Wasn't what I expected. There were some interesting things, so it was worth reading--and it's short and written on the level of the average joe so it doesn't take long to read. I had a hard time getting past Lindstrom's self-promotion. He's important and he made that point better than most of his other points. I'm not sure this "emerging technology" merits an actual book about it. His "evidence" was all based on a few tests, quotations from some very unofficial sources (I think he actually quotes some opinion writer from a newspaper) and his own conclusions. So... there are a few really interesting things that I gleaned from the book, but as to "Truth and Lies About Why We Buy and the New Science of Desire"? Not so much. This title promises so much more than Lindstrom delivers.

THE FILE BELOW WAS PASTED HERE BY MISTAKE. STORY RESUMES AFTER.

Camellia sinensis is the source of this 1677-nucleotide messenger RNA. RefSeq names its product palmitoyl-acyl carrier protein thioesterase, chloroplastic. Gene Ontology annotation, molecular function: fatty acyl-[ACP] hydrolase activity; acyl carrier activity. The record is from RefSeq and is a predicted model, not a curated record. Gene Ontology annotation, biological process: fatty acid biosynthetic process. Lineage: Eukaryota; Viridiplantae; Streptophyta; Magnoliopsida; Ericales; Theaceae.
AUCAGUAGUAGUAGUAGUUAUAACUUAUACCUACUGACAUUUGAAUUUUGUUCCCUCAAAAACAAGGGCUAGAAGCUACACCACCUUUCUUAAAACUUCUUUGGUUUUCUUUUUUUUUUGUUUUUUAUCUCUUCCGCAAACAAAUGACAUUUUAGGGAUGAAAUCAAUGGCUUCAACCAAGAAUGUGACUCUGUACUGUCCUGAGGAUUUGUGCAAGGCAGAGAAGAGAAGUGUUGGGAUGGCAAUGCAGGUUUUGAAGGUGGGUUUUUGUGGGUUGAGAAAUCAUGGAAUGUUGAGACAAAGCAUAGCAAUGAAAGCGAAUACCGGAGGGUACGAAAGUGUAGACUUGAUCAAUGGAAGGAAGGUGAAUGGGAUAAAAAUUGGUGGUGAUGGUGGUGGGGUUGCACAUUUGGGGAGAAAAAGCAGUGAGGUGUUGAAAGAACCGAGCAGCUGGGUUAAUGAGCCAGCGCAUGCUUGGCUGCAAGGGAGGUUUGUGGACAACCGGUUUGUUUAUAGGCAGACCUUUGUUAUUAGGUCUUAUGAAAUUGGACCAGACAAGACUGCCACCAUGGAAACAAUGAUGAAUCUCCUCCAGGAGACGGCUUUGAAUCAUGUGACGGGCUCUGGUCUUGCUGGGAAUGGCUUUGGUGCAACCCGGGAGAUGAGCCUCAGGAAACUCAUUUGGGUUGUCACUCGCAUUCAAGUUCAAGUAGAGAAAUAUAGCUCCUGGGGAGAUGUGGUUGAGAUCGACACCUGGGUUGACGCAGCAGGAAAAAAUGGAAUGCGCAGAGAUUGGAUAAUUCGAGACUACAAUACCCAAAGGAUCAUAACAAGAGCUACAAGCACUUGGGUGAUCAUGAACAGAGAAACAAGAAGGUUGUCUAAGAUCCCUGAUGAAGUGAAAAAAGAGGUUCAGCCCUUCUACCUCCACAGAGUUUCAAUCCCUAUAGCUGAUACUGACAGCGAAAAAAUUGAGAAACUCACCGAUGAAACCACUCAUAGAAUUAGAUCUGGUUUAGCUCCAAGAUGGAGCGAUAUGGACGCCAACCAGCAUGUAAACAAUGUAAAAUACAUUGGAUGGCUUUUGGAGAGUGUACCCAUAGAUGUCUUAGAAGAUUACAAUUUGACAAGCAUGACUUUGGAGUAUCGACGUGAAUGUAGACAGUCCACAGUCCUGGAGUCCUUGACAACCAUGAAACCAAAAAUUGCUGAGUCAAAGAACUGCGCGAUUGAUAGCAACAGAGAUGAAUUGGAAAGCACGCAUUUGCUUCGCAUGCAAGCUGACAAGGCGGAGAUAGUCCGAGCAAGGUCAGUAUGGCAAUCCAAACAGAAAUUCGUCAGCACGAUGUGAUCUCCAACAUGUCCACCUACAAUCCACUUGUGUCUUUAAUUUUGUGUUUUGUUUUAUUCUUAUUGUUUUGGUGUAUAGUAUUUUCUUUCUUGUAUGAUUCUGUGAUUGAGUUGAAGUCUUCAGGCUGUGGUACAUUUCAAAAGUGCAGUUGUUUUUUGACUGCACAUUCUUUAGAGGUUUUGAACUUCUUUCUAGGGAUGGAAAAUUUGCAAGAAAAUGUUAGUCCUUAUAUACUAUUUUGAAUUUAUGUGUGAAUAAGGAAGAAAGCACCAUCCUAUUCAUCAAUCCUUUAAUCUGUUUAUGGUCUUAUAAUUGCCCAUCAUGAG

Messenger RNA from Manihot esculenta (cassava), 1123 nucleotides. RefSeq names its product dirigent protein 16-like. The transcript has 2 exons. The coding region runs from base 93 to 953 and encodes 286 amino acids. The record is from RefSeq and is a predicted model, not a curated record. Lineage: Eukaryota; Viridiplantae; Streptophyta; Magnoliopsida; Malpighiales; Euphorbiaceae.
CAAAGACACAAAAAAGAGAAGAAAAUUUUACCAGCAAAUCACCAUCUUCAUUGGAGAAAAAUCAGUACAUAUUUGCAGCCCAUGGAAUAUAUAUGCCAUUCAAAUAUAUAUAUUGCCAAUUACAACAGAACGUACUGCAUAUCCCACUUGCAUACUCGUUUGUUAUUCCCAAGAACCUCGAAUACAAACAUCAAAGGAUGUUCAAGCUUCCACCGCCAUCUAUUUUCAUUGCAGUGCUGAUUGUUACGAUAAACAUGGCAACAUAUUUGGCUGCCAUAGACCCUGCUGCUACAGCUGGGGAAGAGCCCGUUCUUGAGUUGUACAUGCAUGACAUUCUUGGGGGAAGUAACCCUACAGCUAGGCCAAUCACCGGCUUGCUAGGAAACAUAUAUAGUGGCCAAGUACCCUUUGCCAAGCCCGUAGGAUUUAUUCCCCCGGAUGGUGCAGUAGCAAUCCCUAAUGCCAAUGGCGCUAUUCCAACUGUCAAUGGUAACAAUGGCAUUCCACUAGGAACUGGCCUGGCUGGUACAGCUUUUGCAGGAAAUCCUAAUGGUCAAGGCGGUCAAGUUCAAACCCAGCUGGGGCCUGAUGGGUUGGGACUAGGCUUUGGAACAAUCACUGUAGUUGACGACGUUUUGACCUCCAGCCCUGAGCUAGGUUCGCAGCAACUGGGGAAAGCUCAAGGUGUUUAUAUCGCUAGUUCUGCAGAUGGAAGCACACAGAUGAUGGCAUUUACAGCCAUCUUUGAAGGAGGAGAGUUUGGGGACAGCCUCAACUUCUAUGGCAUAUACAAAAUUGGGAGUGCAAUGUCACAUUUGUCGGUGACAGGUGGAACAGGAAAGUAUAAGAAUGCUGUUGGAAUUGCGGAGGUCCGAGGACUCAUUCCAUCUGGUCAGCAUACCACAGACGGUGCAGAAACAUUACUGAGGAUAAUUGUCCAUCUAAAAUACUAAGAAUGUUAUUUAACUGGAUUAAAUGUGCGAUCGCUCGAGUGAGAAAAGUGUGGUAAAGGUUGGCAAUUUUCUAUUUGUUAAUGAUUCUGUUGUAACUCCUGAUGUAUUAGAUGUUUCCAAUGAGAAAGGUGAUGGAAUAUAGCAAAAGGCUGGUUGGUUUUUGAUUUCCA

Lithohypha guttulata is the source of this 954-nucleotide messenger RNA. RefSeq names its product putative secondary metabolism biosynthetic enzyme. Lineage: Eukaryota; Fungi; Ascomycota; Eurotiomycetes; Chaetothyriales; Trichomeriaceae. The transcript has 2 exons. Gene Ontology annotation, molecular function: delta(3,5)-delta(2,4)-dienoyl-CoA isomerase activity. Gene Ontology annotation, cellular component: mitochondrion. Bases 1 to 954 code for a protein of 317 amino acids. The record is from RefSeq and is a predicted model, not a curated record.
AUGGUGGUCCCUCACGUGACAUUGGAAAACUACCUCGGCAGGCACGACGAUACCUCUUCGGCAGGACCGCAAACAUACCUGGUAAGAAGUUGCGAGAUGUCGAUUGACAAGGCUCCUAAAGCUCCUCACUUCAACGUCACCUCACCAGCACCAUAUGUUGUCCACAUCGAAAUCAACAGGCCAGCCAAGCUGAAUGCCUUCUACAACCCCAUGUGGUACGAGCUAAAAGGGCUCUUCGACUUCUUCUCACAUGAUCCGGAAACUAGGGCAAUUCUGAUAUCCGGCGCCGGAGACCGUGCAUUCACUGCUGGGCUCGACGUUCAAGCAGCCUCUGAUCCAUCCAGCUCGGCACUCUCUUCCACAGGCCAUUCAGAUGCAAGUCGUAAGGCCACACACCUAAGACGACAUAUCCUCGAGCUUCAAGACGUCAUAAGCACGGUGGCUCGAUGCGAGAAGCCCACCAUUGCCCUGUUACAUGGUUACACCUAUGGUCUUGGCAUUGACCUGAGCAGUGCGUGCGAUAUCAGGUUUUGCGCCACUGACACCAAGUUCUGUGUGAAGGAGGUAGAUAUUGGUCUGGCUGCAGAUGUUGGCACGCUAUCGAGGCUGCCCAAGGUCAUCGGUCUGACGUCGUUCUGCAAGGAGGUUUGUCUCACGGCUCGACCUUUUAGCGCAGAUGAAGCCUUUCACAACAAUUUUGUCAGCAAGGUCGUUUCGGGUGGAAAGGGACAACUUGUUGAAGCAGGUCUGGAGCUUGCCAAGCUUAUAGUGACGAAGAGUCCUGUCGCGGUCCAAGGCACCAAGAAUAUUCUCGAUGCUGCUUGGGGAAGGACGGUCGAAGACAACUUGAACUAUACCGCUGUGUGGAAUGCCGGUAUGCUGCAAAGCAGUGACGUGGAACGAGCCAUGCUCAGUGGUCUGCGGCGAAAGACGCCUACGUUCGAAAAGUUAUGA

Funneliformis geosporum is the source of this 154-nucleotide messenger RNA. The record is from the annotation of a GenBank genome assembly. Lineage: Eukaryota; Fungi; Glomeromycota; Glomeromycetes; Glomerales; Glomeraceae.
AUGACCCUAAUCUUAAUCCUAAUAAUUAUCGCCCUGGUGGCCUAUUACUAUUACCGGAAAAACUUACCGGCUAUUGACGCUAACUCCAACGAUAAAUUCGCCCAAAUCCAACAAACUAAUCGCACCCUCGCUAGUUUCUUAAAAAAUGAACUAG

One more note: I can see that this "New Science" that he talks about smacks of Orwellian-type invasiveness, and might perhaps be alarming to some. But it seems to me that all research into what we "really" want would just lead to better products, stuff that would suit our needs much better. Perhaps there would be less waste too since fewer useless/unpopular products will be made. I'm not concerned about being forced or tricked into buying. Ultimately, we are all individually responsible for pulling out that card or that wad of cash--no one forces us into it. I'm willing to take the responsibility for my own purchases. I think too many Americans have given up their sense of personal power and have embraced the culture of powerlessness. Everyone is "entitled" to health care, housing, education, safely, etc. What happened to just going out and working for these things yourself? We're no longer a nation of trailblazers, now we stand on the high ground and whimper if our feet get wet. Okay. Rant over.